As an inexpensive and low carbon fuel, the combustion of natural gas reduces fuel cost and generates less carbon dioxide emissions than diesel and gasoline. Natural gas is also a clean fuel that generates less particulate matter emissions than diesel during combustion. Replacing diesel by natural gas in internal combustion engines is of great interest for industries. Dual fuel combustion is an efficient way to apply natural gas in internal combustion engines.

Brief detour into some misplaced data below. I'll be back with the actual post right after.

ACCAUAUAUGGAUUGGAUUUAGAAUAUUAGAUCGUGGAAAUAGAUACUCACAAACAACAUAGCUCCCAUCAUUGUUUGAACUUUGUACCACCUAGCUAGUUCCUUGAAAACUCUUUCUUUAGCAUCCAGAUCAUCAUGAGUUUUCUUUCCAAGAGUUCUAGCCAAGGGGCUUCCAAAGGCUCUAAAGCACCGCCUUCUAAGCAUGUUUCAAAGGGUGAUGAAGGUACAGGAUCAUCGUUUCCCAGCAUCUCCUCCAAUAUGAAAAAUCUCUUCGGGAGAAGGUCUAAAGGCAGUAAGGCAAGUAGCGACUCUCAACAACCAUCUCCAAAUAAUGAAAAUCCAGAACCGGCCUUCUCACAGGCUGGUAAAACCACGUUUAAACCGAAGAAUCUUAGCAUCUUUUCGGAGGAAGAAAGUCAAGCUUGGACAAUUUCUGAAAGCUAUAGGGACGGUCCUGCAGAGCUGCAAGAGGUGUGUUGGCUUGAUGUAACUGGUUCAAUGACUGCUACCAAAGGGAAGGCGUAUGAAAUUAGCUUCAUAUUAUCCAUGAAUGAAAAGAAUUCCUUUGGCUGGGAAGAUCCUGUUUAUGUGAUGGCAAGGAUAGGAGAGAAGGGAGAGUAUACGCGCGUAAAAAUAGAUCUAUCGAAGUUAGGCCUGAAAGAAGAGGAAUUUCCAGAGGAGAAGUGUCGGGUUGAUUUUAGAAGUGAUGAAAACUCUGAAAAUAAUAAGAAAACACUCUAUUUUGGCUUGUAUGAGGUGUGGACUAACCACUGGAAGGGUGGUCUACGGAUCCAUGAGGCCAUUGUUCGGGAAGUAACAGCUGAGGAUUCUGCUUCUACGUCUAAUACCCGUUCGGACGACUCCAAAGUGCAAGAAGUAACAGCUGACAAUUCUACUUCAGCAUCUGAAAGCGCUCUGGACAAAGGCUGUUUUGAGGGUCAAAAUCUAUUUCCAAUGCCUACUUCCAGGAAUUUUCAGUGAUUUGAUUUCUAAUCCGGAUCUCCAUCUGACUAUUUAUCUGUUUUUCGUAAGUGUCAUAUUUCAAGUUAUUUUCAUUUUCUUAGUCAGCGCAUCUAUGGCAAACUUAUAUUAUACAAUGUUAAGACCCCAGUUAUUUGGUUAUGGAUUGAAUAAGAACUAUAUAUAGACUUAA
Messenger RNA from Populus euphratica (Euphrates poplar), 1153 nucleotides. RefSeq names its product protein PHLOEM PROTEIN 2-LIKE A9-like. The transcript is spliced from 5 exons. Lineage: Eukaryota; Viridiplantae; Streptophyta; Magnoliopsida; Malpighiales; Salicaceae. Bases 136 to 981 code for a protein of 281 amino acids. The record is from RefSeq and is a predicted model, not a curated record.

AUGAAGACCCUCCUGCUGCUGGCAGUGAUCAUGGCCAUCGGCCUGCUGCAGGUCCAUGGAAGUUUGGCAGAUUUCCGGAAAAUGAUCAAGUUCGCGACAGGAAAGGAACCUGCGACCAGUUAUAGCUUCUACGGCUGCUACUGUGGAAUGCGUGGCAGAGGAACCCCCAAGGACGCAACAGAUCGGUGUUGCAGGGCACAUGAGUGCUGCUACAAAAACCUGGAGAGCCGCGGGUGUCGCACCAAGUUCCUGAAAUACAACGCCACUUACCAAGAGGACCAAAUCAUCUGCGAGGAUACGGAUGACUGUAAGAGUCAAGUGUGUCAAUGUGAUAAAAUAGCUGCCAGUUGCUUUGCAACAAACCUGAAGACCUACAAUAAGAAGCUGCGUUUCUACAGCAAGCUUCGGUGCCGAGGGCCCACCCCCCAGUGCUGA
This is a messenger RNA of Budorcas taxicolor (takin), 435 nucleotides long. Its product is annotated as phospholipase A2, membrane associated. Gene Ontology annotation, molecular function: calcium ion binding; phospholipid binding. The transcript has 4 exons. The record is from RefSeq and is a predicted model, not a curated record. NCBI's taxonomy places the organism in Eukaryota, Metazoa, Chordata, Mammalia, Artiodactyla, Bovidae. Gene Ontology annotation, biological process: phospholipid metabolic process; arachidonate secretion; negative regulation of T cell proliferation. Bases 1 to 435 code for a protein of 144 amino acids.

An issue that to a certain extent offsets the advantage of lower carbon dioxide emissions in natural gas–diesel dual fuel engines is the higher methane emissions and low engine efficiency at low load conditions. In order to seek strategies to improve the performance of dual fuel engines at low load conditions, an experimental investigation was conducted to investigate the effect of diesel injection split on combustion and emissions performance of a heavy duty natural gas–diesel dual fuel engine at a low load. The operating conditions, such as engine speed, load, intake temperature and pressure, were well controlled during the experiment. The effects of diesel injection split ratio and timings were investigated. The engine efficiency and emissions data, including particulate matter, nitric oxides, carbon monoxide and methane were measured and analyzed. The results show that diesel injection split significantly reduced the peak pressure rise rate. As a result, diesel injection split enabled the engine to operate at a more optimal condition at which engine efficiency and methane emissions could be significantly improved compared to single diesel injection.